AL: The music that’s in the film is composed by Alvin Lucier. His work is extremely structural and pre-determined and we thought it related to the film in those ways. But it is somewhere between what you think of as music and what you think of as action itself. The hope was to create a relationship to music that obviously pushed the conversation about constructed sequences and more documentary sequences, but that worked in a way that wasn’t music for the film, yet still pushed it and complicated it in some of the same ways.
MB: I think we really resist film music that feels very manipulative or emotive. But I think with the Lucier music, it exists as its own kind of discrete thing. At times it aligns or seems in phase with the film and then other times it’s out of phase and then feels more like two elements in relationship with each other, than one that exists just to push experience.
On the cinematography and shooting in the ‘magic hour’
MB: In my photographic work I print everything. I’m so accustomed to photographing in order to imagine the print, or the experience in a cinema in this case. I think there’s something… I mean again it’s about intentionality and I don’t want to wade deeply into that water, but I definitely think that the ambiguity between dawn and dusk is interesting and a potentially meaningful time of day. It’s a time of day where, in my experience, the light takes on certain colours that can feel so unnatural and so alien and make things feel unreal or unearthly, even though it may be totally unmanipulated. And that is another ambiguity that I’m fascinated by: the ambiguity between something that is and isn’t manipulated, or a feeling of unnaturalness that is totally truthful.
On the participation of the interviewees
AL: In North Dakota we were staying inside one of these worker housing complexes that were commonly referred to as ‘mancamps’ in the area. We were there for about three weeks, and we would meet in the residents hall, and meet people around, mainly where we were staying, and these were people who worked on the rigs or the frack site and that’s largely how we met the guys in North Dakota.
And then in the prison, in Oregon, we were in communication with the staff at the prison and so were able to organise a number of interviews with inmates who were serving life sentences or long-term sentences that were willing to speak and wanted to participate in the film and to talk about their experiences. But it was much more formal there because the situation is such that it really needs to be.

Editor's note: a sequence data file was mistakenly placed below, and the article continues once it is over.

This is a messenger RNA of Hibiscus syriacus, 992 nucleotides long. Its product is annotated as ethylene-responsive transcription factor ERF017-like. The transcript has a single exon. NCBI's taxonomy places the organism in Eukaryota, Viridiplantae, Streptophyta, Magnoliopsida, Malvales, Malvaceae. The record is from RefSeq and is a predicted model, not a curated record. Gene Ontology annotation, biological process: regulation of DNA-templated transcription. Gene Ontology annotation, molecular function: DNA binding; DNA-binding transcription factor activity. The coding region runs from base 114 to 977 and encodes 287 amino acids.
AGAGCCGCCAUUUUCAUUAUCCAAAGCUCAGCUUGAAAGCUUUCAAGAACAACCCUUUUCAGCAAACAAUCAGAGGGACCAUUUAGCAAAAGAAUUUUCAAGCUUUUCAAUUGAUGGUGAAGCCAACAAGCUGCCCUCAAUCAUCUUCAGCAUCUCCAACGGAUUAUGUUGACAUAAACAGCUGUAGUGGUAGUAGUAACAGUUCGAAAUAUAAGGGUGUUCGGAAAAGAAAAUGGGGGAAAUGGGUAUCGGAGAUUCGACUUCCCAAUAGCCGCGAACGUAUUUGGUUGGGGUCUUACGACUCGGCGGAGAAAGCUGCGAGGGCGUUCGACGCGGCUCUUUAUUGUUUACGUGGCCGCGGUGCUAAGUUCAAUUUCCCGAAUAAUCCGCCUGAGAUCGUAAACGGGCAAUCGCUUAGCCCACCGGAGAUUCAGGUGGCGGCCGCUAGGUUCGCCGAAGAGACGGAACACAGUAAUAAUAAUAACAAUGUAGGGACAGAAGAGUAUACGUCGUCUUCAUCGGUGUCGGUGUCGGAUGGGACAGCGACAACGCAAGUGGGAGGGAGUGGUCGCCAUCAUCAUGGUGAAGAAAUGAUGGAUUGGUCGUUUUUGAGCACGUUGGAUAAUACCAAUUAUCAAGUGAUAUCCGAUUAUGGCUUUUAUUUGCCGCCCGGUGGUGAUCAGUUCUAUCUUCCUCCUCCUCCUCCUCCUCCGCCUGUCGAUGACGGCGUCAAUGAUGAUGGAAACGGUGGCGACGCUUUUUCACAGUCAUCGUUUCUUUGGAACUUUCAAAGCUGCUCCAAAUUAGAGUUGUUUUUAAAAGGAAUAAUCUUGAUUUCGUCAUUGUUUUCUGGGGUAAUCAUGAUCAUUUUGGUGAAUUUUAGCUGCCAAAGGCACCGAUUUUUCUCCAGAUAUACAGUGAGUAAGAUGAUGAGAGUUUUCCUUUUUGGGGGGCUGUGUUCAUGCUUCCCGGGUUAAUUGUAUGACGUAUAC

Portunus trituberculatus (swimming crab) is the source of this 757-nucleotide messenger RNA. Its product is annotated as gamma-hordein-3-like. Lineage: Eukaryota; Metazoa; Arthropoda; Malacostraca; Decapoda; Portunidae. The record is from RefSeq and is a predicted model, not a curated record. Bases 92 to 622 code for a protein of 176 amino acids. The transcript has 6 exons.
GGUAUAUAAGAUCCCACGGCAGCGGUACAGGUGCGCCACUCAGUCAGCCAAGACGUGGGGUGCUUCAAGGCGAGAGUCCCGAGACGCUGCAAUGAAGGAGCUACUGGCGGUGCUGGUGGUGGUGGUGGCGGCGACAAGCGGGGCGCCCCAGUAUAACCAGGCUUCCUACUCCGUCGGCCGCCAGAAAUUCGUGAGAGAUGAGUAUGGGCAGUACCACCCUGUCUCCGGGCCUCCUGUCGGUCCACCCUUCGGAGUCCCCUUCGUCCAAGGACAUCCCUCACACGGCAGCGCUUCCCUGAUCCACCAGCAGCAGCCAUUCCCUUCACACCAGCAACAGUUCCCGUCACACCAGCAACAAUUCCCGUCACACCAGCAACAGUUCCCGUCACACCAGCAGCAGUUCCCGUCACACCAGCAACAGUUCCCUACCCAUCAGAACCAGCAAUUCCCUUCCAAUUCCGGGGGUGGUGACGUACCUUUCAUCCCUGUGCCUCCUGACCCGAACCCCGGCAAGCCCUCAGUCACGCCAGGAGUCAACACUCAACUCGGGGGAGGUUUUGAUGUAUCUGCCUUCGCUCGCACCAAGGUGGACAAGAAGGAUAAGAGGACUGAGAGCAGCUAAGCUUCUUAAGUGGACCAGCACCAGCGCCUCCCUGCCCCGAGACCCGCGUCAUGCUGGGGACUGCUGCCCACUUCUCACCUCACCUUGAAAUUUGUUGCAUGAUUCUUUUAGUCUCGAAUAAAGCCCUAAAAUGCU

MB: For me it was just a really powerful experience to meet these people and as much as you try not to you can’t help but enter every situation with a certain set of preconceptions or at least ideas about what the experience might be like. But for me the experience of meeting them was just: “Oh, these people are just like me and like everyone I know.”
And I know that part of the reason we were able to work in that institution is that we didn’t really have an agenda, our interest certainly wasn’t in the crimes these people have committed, it was more in the realities of the lives that they’ve made for themselves in these completely exceptional circumstances. Just going in and trying to talk to people as people instead of as any other label.
On the film’s sense of time and rhythm
AL: Time is almost a material in and of itself. And it’s obviously it’s a huge part of film as well, but time is maybe the most mysterious aspect of the film and of the project. And I think it relates to the changing light, the time of day and how the film moves in that way as well.
On the more staged aspects of the film
AL: A lot of the structure of the film and the specific subject matter of ‘this location… [then] this location’ evolved in a very intuitive way, almost like a painting. It was about creating a kind of composition – that you moved through these environments in a certain way – and thinking a lot about how the way that a house or some place you live comes to mediate a relationship with the natural world or nature.
In the beginning of the film, Denis Lavant’s character has such a direct connection to the environment, a very direct relationship to his surroundings and to the nature, and then in the prison, Patty speaks so much about being disconnected from the trees and the mountains that she loved so much. A really powerful moment in the film is the cut from the river in Virginia to the prison itself and you see that huge shift in environment. So this connection to nature and the different ways that we are connected to it was definitely in the air, when we were structuring the film and thinking about its movement through these five places.